Colleges recruited him heavily. Michigan State, Kentucky and Arizona, among others, were interested. Payne had two rules: One, he would not go on recruiting visits if they conflicted with school. Two, every coach who came through Jefferson Township had to meet with Gates along with his coaches.
"He made sure every coach saw me," Gates said. "He would not let a coach come in town without them understanding what academic situation he's in now, the situation he had to be transferred to."
Gates stayed out of Payne's college decision, leaving it up to his student and Lewis. But he promised Lewis and college coaches one thing: Payne would be eligible. Payne's senior year at Jefferson Township, he spent his usual time working with Gates and then would come back after school for more ACT tutoring.
"We all just took a little part in talking to him or spending time with him," said former Jefferson Township assistant basketball coach Mark Parker. "Doing homework with him. Whatever it was he needed at the time. As years passed by, he needed to grow as an individual, so he didn't need your help nearly as much as the beginning because he could still see he could do all this stuff."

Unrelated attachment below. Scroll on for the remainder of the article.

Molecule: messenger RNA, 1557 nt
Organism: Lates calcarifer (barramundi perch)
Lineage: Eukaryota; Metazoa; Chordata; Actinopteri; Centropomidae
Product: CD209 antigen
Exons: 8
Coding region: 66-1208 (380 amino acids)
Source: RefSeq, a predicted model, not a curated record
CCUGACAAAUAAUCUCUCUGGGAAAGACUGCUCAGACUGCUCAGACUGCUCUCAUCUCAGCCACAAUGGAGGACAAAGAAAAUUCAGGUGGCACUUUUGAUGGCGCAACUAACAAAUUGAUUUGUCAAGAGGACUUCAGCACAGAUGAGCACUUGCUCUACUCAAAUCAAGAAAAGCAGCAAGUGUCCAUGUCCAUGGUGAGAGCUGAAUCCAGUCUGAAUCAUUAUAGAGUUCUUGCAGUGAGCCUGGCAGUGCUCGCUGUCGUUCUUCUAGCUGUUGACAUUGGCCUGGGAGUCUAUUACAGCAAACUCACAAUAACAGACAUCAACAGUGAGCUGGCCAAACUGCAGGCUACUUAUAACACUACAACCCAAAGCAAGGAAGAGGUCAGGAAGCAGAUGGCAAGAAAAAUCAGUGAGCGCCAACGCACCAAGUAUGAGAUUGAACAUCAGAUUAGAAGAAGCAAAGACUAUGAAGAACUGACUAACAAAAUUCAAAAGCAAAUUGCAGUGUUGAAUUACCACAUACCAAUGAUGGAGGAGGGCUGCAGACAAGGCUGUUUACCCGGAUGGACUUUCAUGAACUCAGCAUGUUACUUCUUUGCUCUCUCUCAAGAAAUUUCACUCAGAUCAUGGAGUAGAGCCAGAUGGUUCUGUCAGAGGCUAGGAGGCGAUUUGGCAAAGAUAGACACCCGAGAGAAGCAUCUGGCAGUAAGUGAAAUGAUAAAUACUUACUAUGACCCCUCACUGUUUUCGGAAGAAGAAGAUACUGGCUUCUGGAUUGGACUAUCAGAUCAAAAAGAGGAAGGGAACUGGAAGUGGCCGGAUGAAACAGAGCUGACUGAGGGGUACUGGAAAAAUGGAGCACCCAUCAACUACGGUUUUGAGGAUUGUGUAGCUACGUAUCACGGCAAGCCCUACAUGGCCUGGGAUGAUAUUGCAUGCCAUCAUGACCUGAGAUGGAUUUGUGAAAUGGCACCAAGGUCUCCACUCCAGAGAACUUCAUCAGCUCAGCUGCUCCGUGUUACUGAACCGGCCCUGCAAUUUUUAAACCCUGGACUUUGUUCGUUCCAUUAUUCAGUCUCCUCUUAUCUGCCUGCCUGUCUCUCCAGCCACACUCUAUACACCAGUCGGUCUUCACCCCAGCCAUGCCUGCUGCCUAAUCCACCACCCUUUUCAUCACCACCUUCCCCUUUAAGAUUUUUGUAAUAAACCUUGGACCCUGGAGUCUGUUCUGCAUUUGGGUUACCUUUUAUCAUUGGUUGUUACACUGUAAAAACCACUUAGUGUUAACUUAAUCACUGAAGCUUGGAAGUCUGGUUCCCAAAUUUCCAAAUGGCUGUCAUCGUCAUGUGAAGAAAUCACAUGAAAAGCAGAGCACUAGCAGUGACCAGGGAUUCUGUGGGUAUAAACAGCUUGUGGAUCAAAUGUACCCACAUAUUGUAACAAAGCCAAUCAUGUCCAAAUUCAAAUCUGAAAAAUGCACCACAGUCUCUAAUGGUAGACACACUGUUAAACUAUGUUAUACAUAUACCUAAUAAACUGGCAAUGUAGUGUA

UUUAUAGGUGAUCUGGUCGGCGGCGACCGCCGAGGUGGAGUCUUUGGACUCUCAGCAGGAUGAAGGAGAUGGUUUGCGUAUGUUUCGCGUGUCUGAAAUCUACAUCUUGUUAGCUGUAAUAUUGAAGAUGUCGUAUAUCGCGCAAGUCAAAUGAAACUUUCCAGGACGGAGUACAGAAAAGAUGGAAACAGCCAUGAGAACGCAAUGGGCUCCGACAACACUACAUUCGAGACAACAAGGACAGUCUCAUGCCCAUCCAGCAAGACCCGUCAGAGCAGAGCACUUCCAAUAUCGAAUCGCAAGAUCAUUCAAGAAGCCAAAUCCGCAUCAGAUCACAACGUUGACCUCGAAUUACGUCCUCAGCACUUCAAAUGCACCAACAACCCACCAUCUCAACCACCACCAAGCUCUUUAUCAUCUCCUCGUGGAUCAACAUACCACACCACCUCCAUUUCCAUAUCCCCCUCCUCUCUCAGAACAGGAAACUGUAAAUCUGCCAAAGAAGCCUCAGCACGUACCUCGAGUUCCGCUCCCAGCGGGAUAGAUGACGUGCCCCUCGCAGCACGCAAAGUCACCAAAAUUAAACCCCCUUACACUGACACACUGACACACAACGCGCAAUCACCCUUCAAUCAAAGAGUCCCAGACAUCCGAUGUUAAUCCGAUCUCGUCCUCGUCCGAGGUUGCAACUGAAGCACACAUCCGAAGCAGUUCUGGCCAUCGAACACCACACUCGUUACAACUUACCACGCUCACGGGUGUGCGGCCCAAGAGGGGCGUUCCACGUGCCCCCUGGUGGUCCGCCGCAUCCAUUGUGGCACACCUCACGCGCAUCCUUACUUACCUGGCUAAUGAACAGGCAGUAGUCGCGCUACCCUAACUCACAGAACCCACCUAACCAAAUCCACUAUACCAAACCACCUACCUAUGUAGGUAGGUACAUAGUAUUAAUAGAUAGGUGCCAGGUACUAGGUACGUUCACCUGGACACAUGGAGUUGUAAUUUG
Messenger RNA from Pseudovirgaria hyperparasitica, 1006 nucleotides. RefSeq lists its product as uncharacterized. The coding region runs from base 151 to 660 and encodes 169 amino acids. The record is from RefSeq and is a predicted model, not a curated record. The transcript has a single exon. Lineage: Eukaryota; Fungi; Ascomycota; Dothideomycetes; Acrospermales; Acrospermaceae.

He did, though, continue asking the same question: Why?
Gates employed the question to teach Payne, using both scrap paper and a whiteboard in a board of education conference room to explain math problems. By Payne's junior year, Gates had become the superintendent of schools for the district.
Payne's questions continued on the court, too, as he continued to learn the game he started playing late. Everything began pulling together for Payne, who graduated from high school a full qualifier for college.
"It's good to get your story out there, because there are other kids just like you, just like me, that could see or read about somebody that has had it just like them," Payne said. "Maybe give them hope they can do something, too. I have heard from people. They say I inspire them."
Payne left Jefferson Township a less frequent questioner. When he enrolled at Michigan State and began playing for Izzo, the questions started all over again. Payne worked with academic counselors and tutors at MSU -- which many college athletes have -- and would eventually earn Michigan State's Scholar-Athlete award.
On the court was different. Why was uttered more frequently. Payne didn't understand he couldn't do things the same way in college as he had in high school. He didn't watch film.
"He's one of those kids that you say there's no such thing as a dumb question," Michigan State assistant coach Dwayne Stephens said. "I think he takes that to the nth degree sometimes. If there's something he wants to know, he's going to ask the question."
This manifested during games and timeouts, especially when his minutes were sparse. Izzo appreciated the interest, but Payne had terrible timing.
Coaches called Lewis and Payne's high school coach, Art Winston, to help. Parker came up for a meeting with Payne and the Michigan State coaches to find a way to get through to him. Izzo, one of the better motivational coaches in the country, couldn't figure out what would work.